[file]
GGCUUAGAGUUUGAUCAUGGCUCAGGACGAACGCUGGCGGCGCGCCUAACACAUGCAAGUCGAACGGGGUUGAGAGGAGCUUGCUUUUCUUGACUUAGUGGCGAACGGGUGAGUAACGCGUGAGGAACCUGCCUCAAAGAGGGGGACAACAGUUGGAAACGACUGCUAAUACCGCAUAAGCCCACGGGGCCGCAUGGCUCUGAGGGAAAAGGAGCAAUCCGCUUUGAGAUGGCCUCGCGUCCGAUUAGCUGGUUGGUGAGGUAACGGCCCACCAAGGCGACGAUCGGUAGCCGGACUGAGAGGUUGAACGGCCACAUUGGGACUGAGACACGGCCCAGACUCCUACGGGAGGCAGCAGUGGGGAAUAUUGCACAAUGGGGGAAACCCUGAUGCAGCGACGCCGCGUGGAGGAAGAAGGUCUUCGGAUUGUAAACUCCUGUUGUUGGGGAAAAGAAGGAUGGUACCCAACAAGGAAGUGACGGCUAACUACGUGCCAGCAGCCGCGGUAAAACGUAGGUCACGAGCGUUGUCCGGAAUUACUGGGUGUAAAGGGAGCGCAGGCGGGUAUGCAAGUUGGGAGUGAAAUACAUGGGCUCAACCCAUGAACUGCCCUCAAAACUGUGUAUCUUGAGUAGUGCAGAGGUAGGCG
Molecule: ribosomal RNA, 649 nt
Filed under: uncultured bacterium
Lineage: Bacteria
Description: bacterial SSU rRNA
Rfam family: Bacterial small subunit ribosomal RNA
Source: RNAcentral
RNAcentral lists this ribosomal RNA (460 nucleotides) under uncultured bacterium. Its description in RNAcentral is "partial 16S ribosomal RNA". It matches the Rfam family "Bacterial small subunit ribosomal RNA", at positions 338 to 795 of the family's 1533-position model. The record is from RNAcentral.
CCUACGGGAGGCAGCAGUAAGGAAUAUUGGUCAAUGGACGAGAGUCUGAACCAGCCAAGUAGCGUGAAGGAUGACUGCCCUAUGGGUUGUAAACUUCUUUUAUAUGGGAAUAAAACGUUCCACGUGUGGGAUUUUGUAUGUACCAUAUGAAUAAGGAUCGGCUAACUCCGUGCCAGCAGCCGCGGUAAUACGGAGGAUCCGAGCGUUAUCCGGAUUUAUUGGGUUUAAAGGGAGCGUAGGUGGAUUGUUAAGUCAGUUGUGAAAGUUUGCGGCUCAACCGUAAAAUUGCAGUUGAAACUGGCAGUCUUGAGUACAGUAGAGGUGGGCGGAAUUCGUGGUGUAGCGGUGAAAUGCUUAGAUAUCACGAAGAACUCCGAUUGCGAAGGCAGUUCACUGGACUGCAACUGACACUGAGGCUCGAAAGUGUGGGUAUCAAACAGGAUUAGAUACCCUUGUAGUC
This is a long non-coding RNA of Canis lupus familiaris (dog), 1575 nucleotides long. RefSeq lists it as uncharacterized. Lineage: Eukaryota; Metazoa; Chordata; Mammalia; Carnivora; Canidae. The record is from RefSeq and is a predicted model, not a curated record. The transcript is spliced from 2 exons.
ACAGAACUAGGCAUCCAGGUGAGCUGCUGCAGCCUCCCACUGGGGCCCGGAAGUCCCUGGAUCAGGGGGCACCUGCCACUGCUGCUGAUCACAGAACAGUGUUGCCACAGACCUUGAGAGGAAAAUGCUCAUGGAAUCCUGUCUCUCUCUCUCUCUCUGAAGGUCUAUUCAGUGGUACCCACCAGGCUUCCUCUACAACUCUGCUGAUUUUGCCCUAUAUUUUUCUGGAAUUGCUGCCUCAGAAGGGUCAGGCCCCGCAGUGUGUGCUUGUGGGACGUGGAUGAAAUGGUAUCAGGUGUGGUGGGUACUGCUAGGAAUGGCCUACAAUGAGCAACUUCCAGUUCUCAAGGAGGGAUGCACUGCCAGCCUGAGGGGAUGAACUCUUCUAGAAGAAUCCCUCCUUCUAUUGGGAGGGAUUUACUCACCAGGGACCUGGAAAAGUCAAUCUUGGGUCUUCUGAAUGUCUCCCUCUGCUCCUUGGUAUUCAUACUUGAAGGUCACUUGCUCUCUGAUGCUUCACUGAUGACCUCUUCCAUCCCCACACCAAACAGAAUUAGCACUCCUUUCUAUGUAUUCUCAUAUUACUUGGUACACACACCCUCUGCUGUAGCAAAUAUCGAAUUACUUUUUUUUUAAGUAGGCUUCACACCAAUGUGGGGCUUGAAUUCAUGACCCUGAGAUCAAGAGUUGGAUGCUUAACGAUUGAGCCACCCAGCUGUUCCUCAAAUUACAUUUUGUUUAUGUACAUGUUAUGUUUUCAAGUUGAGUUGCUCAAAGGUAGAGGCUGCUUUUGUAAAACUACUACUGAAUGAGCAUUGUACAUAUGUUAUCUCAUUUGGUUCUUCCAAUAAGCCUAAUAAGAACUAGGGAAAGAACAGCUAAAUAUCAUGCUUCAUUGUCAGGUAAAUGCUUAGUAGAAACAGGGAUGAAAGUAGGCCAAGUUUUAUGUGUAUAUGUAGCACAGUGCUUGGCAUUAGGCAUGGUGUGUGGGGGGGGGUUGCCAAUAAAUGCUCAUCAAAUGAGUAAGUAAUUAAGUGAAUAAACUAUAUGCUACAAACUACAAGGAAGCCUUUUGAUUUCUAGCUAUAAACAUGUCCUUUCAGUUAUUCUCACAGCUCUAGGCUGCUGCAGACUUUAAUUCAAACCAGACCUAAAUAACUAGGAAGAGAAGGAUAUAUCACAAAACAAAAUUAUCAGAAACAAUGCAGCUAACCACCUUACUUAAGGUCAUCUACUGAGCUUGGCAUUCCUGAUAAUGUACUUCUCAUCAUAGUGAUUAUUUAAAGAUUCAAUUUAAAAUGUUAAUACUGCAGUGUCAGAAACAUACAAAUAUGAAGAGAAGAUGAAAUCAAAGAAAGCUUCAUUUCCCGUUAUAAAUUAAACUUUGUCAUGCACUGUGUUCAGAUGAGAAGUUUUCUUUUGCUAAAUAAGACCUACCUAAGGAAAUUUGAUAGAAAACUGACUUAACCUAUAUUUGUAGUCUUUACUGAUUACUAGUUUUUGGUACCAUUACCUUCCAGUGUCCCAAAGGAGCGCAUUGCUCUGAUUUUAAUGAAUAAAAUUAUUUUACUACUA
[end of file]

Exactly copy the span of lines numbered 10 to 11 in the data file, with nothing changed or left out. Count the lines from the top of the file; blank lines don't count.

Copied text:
This is a long non-coding RNA of Canis lupus familiaris (dog), 1575 nucleotides long. RefSeq lists it as uncharacterized. Lineage: Eukaryota; Metazoa; Chordata; Mammalia; Carnivora; Canidae. The record is from RefSeq and is a predicted model, not a curated record. The transcript is spliced from 2 exons.
ACAGAACUAGGCAUCCAGGUGAGCUGCUGCAGCCUCCCACUGGGGCCCGGAAGUCCCUGGAUCAGGGGGCACCUGCCACUGCUGCUGAUCACAGAACAGUGUUGCCACAGACCUUGAGAGGAAAAUGCUCAUGGAAUCCUGUCUCUCUCUCUCUCUCUGAAGGUCUAUUCAGUGGUACCCACCAGGCUUCCUCUACAACUCUGCUGAUUUUGCCCUAUAUUUUUCUGGAAUUGCUGCCUCAGAAGGGUCAGGCCCCGCAGUGUGUGCUUGUGGGACGUGGAUGAAAUGGUAUCAGGUGUGGUGGGUACUGCUAGGAAUGGCCUACAAUGAGCAACUUCCAGUUCUCAAGGAGGGAUGCACUGCCAGCCUGAGGGGAUGAACUCUUCUAGAAGAAUCCCUCCUUCUAUUGGGAGGGAUUUACUCACCAGGGACCUGGAAAAGUCAAUCUUGGGUCUUCUGAAUGUCUCCCUCUGCUCCUUGGUAUUCAUACUUGAAGGUCACUUGCUCUCUGAUGCUUCACUGAUGACCUCUUCCAUCCCCACACCAAACAGAAUUAGCACUCCUUUCUAUGUAUUCUCAUAUUACUUGGUACACACACCCUCUGCUGUAGCAAAUAUCGAAUUACUUUUUUUUUAAGUAGGCUUCACACCAAUGUGGGGCUUGAAUUCAUGACCCUGAGAUCAAGAGUUGGAUGCUUAACGAUUGAGCCACCCAGCUGUUCCUCAAAUUACAUUUUGUUUAUGUACAUGUUAUGUUUUCAAGUUGAGUUGCUCAAAGGUAGAGGCUGCUUUUGUAAAACUACUACUGAAUGAGCAUUGUACAUAUGUUAUCUCAUUUGGUUCUUCCAAUAAGCCUAAUAAGAACUAGGGAAAGAACAGCUAAAUAUCAUGCUUCAUUGUCAGGUAAAUGCUUAGUAGAAACAGGGAUGAAAGUAGGCCAAGUUUUAUGUGUAUAUGUAGCACAGUGCUUGGCAUUAGGCAUGGUGUGUGGGGGGGGGUUGCCAAUAAAUGCUCAUCAAAUGAGUAAGUAAUUAAGUGAAUAAACUAUAUGCUACAAACUACAAGGAAGCCUUUUGAUUUCUAGCUAUAAACAUGUCCUUUCAGUUAUUCUCACAGCUCUAGGCUGCUGCAGACUUUAAUUCAAACCAGACCUAAAUAACUAGGAAGAGAAGGAUAUAUCACAAAACAAAAUUAUCAGAAACAAUGCAGCUAACCACCUUACUUAAGGUCAUCUACUGAGCUUGGCAUUCCUGAUAAUGUACUUCUCAUCAUAGUGAUUAUUUAAAGAUUCAAUUUAAAAUGUUAAUACUGCAGUGUCAGAAACAUACAAAUAUGAAGAGAAGAUGAAAUCAAAGAAAGCUUCAUUUCCCGUUAUAAAUUAAACUUUGUCAUGCACUGUGUUCAGAUGAGAAGUUUUCUUUUGCUAAAUAAGACCUACCUAAGGAAAUUUGAUAGAAAACUGACUUAACCUAUAUUUGUAGUCUUUACUGAUUACUAGUUUUUGGUACCAUUACCUUCCAGUGUCCCAAAGGAGCGCAUUGCUCUGAUUUUAAUGAAUAAAAUUAUUUUACUACUA